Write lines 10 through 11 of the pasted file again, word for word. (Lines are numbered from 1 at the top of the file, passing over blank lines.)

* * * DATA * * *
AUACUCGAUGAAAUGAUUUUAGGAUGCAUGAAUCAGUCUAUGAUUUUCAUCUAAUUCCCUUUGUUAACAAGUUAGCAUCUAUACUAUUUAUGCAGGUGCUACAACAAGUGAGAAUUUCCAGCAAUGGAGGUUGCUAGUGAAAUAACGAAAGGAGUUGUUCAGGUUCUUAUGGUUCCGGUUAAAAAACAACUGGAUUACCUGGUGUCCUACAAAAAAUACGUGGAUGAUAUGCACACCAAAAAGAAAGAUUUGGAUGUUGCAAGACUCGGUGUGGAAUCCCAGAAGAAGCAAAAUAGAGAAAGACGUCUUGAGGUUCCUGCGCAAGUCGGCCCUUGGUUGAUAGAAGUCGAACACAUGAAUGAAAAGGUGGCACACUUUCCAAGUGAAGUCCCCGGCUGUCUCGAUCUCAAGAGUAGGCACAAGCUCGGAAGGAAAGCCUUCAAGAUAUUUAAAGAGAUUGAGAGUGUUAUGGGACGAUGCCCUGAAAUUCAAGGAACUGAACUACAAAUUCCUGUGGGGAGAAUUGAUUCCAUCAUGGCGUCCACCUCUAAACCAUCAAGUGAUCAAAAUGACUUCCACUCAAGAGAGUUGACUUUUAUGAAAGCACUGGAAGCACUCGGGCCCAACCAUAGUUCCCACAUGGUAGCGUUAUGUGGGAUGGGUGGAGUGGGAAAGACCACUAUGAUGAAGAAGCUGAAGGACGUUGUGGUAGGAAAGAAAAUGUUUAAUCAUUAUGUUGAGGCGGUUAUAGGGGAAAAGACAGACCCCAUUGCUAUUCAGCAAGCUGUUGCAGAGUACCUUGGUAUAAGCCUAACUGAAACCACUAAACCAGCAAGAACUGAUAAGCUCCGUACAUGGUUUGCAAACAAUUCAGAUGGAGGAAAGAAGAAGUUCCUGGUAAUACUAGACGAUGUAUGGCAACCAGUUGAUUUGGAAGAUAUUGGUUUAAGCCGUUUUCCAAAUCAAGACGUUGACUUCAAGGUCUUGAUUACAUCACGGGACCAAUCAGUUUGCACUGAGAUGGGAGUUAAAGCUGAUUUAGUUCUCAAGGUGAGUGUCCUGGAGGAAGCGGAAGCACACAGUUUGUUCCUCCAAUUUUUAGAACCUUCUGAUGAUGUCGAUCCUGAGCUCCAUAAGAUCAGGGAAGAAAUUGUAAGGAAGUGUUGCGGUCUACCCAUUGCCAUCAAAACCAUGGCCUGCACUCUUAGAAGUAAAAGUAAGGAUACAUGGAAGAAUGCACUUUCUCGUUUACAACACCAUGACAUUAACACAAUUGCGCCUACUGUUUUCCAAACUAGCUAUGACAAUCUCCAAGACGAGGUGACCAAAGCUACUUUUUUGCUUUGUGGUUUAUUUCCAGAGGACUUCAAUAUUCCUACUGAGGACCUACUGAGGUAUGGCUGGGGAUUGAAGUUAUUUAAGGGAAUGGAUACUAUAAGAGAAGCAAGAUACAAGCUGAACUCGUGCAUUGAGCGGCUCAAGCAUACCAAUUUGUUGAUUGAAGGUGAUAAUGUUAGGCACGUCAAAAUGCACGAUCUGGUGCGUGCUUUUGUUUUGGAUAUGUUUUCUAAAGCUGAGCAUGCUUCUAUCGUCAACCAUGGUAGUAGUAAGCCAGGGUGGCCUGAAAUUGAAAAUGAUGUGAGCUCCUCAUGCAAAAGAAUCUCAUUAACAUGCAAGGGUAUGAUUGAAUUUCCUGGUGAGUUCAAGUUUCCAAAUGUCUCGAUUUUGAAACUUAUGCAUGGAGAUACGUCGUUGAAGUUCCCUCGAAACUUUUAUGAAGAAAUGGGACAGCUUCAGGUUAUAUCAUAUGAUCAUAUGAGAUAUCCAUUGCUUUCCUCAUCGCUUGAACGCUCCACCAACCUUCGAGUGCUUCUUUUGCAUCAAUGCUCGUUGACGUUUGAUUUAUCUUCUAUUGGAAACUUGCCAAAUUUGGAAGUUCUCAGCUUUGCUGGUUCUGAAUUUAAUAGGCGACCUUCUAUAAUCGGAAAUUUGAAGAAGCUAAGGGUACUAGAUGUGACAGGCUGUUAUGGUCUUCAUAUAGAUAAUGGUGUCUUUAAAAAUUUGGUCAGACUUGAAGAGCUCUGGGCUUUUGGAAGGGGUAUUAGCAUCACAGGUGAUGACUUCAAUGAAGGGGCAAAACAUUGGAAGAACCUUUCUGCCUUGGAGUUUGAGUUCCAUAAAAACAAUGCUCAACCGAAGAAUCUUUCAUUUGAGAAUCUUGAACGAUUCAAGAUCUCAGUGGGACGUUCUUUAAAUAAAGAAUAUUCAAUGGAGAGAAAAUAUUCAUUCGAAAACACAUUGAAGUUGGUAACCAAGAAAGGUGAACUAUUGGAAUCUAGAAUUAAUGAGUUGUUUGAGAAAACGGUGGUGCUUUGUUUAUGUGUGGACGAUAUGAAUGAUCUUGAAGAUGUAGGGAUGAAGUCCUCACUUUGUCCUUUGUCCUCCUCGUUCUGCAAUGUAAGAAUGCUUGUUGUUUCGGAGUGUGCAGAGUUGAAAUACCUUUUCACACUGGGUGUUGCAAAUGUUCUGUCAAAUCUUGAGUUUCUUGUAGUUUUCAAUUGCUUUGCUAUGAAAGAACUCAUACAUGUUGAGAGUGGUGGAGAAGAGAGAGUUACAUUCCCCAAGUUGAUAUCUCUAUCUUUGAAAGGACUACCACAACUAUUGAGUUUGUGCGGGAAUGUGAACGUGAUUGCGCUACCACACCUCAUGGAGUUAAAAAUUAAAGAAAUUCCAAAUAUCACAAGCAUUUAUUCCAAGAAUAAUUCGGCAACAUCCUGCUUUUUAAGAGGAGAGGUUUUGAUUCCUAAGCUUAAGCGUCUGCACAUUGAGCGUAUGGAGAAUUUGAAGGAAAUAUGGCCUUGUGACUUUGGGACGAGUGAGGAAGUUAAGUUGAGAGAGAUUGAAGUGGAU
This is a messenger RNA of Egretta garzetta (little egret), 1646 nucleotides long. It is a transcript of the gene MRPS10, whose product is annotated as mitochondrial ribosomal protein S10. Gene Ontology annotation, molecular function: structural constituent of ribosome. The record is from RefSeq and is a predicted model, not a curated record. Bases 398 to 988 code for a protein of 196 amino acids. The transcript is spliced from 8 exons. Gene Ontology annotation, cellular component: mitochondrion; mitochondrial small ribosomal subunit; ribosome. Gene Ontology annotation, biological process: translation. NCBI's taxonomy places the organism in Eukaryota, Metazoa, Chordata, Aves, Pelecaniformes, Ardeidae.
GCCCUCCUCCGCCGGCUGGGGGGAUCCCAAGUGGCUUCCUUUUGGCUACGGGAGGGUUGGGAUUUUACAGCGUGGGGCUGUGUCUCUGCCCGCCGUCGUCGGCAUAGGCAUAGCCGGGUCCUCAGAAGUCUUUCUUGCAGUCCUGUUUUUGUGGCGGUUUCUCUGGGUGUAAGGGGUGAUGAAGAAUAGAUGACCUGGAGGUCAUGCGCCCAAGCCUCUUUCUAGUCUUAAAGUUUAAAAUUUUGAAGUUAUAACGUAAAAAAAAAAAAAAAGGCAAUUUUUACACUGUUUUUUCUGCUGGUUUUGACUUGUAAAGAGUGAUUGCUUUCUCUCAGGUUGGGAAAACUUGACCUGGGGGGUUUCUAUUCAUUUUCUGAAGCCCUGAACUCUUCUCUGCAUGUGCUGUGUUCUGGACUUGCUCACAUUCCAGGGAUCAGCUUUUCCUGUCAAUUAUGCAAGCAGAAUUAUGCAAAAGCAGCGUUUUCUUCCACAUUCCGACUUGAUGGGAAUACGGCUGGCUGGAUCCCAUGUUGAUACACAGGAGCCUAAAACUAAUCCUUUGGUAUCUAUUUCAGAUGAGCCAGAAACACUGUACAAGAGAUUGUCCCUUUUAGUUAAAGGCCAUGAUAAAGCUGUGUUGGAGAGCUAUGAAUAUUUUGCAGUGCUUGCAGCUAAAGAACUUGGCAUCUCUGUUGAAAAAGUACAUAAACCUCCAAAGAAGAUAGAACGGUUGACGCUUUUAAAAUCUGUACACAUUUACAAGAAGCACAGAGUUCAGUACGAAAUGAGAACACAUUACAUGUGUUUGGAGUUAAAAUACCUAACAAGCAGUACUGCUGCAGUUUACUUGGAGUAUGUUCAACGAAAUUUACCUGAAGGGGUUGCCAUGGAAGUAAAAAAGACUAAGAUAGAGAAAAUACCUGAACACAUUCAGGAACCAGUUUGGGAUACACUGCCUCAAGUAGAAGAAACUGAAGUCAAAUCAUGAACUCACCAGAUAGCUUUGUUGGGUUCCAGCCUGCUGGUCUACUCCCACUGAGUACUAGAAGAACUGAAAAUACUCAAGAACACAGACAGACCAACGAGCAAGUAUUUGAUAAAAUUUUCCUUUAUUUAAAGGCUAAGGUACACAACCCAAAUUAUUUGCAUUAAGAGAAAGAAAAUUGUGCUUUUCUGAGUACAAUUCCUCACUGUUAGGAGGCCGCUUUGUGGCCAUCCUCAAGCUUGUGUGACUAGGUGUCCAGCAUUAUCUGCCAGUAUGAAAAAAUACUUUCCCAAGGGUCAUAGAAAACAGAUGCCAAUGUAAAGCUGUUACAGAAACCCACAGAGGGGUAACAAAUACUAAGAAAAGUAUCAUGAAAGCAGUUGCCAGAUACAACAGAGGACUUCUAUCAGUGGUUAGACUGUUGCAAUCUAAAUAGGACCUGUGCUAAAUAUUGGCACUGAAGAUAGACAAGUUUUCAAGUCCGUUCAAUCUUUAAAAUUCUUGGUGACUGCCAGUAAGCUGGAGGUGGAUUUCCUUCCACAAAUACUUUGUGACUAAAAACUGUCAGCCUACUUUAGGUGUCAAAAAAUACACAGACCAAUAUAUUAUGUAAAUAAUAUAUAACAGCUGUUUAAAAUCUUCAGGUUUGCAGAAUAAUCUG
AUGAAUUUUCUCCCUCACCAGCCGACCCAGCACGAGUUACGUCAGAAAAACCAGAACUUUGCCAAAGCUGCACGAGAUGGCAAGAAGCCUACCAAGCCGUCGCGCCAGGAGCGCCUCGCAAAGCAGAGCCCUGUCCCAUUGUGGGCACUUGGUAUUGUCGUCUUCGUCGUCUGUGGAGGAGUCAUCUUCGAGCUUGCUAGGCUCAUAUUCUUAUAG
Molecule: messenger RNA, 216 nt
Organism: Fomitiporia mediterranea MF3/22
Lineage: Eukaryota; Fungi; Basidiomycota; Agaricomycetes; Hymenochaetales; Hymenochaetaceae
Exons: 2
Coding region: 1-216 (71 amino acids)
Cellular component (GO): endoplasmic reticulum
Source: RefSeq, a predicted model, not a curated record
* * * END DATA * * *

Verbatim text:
Cellular component (GO): endoplasmic reticulum
Source: RefSeq, a predicted model, not a curated record